It is also remarkable to note that Ayub Khan transformed from a Colonel to the COAS in a matter of 4 years. From 1951-1958, Ayub Khan enjoyed a large role in politics, as he served as Defense Minister in Pakistan from 1956-58( even though he was not a member of the parliament). It is of no surprise to me that Ayub Khan enjoyed the leisure of having extended his terms as COAS not once, but twice( officially at least). His background in the armed forces, combined by his colleague's account of his combat skills, make his tenure as COAS for 7 years very dubious. The Generals who preceded Ayub( even though they were British), had their terms last approximately 4 years combined. Meanwhile, if we do a comparison of India's COAS' after partition, we will find that not one of them had their term last 7 years, let alone 4.

All evidence shows Ayub Khan to not be the deserving COAS at the time of his appointment. It also connects his extensions as COAS to the democratic institutions. The civilian governments had a big role to play in Ayub Khan's extensions, and they kept him in check by providing him a civilian post( Defense Minister). The Civilian government ruined its own credibility by appointing a sitting member of the armed forces a position that only a member of the Parliament could possess. Civilian governments, or shall I say for a better punchline "Pakistani" democracy, shot itself in its own foot. Ayub Khan then dismissed the civilian government, and the rest is history.


A lot of other Generals have "extended" their tenures as COAS due to "popular demand by the people of Pakistan." However, a lot of them had their tenures extended when military rule was already in place. Thus, lets analyze those COAS who were NOT at odds with the civilian government.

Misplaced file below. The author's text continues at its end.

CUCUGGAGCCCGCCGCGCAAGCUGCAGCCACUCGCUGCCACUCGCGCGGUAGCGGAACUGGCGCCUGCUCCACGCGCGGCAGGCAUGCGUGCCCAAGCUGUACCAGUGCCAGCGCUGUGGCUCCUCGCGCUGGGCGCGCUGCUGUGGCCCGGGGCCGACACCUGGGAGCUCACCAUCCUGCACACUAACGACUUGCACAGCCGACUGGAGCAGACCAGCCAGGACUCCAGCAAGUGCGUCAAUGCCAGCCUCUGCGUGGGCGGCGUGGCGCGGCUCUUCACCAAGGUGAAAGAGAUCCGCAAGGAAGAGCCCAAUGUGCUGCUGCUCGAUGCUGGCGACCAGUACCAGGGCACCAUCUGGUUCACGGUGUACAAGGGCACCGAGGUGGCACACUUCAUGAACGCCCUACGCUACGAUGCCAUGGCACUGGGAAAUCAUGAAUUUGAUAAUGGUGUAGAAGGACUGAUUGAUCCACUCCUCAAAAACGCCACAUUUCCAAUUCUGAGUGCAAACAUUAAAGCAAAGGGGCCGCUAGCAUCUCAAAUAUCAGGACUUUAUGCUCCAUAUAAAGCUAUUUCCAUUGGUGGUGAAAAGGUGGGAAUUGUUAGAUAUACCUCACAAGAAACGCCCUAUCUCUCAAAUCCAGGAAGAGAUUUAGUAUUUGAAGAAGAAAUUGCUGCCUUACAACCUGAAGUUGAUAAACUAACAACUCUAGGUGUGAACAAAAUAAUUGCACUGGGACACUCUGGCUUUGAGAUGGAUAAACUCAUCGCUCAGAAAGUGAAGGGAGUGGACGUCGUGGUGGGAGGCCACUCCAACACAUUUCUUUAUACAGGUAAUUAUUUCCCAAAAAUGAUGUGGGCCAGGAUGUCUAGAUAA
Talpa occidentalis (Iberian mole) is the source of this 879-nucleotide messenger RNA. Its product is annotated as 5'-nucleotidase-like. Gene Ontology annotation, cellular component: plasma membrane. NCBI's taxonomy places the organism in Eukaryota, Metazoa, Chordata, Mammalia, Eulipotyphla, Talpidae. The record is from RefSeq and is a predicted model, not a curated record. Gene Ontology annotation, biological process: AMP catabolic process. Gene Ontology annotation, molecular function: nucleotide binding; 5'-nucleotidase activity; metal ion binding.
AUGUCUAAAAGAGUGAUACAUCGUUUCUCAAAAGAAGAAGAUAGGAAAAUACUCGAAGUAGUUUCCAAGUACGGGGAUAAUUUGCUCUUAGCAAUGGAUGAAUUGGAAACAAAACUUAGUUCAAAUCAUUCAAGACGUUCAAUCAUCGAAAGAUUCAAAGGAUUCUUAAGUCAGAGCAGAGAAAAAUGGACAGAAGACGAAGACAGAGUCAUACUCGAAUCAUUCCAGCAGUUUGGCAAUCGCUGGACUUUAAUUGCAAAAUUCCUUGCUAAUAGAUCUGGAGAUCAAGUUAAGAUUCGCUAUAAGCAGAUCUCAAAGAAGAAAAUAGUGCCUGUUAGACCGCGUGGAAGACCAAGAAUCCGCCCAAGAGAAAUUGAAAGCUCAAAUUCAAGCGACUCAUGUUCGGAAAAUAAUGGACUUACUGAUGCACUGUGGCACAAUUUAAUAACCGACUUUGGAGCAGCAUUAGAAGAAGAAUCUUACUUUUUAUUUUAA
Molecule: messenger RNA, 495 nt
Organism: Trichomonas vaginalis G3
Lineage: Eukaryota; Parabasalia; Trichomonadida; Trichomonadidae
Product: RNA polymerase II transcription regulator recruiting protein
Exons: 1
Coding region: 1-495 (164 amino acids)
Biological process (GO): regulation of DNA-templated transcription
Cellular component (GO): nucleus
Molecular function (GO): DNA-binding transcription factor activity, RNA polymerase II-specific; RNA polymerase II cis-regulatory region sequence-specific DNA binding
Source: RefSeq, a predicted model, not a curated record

General Tikka Khan served as COAS for 4 years under Zulfiqar Bhutto's regime. In 1971, when the army( influenced by Zulfiqar Ali Bhutto) launched "Operation Searchlight" against East Pakistan and Mujeeb-ur-Rehman, he became unanimously known as "The Butcher of Bengal." General Niazi( who was instrumental as well in the military operation) described in his book " The Betrayal of East Pakistan" that General Tikka Khan "resorted to the killing of civilians and a scorched earth policy. His orders to his troops were: ' I want the land and not the people.'" General Tikka Khan would go on to serve as COAS from 72-76, and would also be appointed by Zulfiqar Bhutto as Defense Minister in 1977.


Owen Bennett Jones writes that General Karmat(96-98) " despairing of the sustained corruption and incompetence of the so called Sharif administration.... called for the establishment of a National Security Council." He was "forced to resignation" two days later by Nawaz Sharif. Nawaz Sharif would then appoint Musharraf as COAS over other senior officers. Zulfiqar Ali Bhutto also appointed Zia Ul Haq as COAS, appointing him ahead of seven Senior Generals. Nawaz Sharif went into exile for 9 years, and Zulfiqar Bhutto was executed.